please let me know. I'm Pupton's father, and thanks to him I have a start in ht.
I inherited his NHT's and I love them. I like his new classics also, but the 2.9's have
that old ac/suspension sound like my old large advents, only better. I have much to learn,
so I'll probably keep my ears open more than I post. Thanks everyone for your help.
 

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Hello

I'm not real good at this, so if I am doing something wrong, like interrupting, etc,
please let me know. I'm Pupton's father, and thanks to him I have a start in ht.
I inherited his NHT's and I love them. I like his new classics also, but the 2.9's have
that old ac/suspension sound like my old large advents, only better. I have much to learn,
so I'll probably keep my ears open more than I post. Thanks everyone for your help.
Hey there, its not often we (Edit:hear) from the parents. I am glad you like the 2.9's.
Have you have a chance to compare the Classics to the 2.9's?? What would you say are the most noticable differences between the two?
 
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Exocer wrote:
Have you have a chance to compare the Classics to the 2.9's?? What would you say are the most noticable differences between the two?
Hello Exocer, nice pics.
Yes, I am Pupton's parent, and that means that I have the chance to really enjoy participating in a mutual hobby (HT)
in which we can share time and equipment. He is much more experienced in HT so I learn a lot from him.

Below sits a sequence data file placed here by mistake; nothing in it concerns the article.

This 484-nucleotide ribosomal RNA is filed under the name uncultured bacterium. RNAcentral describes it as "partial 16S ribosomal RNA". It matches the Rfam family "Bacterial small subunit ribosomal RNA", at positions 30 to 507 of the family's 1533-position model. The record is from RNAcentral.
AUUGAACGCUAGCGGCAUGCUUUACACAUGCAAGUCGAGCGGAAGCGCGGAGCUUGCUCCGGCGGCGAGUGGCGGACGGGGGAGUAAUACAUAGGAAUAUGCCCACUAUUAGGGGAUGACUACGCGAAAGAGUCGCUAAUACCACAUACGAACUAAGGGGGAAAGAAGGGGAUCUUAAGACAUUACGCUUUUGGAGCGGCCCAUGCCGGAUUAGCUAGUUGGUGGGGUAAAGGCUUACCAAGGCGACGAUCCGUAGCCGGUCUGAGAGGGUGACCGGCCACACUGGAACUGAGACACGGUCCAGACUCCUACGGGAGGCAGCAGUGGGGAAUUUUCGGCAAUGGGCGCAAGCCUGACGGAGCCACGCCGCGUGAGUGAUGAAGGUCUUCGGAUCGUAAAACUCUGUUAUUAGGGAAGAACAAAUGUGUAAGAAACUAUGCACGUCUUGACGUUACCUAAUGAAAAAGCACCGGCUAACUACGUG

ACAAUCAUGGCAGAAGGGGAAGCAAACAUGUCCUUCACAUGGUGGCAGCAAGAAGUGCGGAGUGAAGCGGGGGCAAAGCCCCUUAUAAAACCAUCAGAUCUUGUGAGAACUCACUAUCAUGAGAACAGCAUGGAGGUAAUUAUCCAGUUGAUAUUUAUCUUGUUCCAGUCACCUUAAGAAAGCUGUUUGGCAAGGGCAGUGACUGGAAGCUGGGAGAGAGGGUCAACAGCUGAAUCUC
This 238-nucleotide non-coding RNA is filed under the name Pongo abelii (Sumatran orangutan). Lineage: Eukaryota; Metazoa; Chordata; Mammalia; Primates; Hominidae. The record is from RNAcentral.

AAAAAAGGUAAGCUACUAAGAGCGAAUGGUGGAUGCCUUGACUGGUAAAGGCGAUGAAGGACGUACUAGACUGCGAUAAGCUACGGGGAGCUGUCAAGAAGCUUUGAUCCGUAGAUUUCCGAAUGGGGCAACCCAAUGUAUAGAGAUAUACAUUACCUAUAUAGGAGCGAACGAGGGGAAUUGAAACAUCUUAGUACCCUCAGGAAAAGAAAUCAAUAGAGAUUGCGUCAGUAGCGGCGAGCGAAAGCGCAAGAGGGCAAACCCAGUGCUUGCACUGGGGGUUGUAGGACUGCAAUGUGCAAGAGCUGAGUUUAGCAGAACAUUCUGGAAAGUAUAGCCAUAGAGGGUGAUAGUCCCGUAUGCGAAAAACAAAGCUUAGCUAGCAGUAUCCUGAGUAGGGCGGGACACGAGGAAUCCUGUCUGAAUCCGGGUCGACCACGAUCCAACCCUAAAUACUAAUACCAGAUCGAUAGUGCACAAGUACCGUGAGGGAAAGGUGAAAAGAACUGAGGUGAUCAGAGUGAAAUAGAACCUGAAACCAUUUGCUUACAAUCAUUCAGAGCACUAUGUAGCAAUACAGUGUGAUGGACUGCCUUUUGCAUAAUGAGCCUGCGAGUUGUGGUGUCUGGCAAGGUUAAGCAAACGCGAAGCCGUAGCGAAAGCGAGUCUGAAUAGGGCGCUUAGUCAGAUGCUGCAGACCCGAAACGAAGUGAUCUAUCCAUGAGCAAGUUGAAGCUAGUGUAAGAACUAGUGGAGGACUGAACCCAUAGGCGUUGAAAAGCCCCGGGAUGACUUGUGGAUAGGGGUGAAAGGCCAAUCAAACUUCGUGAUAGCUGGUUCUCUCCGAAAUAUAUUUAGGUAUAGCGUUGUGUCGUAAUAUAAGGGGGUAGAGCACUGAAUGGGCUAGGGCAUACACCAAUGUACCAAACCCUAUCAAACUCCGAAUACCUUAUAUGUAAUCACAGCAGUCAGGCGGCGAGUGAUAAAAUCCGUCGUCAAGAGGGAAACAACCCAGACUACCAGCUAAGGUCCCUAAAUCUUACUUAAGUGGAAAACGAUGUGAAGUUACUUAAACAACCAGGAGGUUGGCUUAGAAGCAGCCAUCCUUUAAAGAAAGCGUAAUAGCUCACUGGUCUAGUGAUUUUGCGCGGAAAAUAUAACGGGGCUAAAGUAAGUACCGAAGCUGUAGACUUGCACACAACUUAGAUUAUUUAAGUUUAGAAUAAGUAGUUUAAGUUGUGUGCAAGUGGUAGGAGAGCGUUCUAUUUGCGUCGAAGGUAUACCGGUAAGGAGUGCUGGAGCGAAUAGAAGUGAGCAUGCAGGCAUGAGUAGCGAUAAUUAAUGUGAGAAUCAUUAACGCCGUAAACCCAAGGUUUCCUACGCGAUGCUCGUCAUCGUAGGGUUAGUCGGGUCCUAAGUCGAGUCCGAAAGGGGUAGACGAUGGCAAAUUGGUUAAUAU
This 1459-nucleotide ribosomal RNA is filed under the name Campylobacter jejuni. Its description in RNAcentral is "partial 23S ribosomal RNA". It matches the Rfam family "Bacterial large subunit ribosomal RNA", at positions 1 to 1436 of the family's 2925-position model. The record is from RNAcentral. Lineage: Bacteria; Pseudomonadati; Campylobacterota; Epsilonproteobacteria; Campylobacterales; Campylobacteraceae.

He has also been a member of this forum longer than I. This is my first quote, and as you can see, I don't even know how to quote properly.

I have had a chance to compare the Classic Fours and with the 2.9's using the exact same electronics.

The 2.9's are very detailed in the mids and highs, and are a bit bright like most west coast speakers back in my early days in audio, but they are not overly so. The 2.9's also have tight, very detailed bass, and reach very low for 2 channel listening. They are without a doubt the best speakers I've ever owned. They can also be easily bi-amped because the woofer is in a separate compartment in the speaker cabinet, as are the mids and tweeter in a compartment, there are 2 sets of binding posts.

The Classic Fours have warm and detailed mids and uppers. They were a total suprise. Some people may prefer the warmer sound, which of course would be the same as the Classic Threes since they have the same drivers. The Fours
do not have the detail in the bass like the 2.9's but they do go plenty low. They, like the 2.9's are easily bi-amped, with separate compartments for the upper and lower end. They are in essence a Classic Three with a woofer.

I would have to say that running the Cassic Threes for mids and highs and the woofers of the 2.9's gave the most enjoyable sound. So, after all is said and done, I prefer the mids and highs of the Classic Threes and/ or Fours but the bottom end of the 2.9's. And I'm not just trying to straddle the middle of the fence. My own personal choice if I had to choose would be to keep my 2.9's because I really dislike boomy and less detailed bass. My preferences are strictly my own, and I would not expect agreement, since the type of sound one likes is a personal choice.

Running Classic Threes with a good subwoofer would be another option.

Sorry for being so long winded, but I wanted to be clear about the differences, and after looking at this post, I do not think that your question has been given a satisfactory answer by said poster. I'll try to do better next time.

akitaboy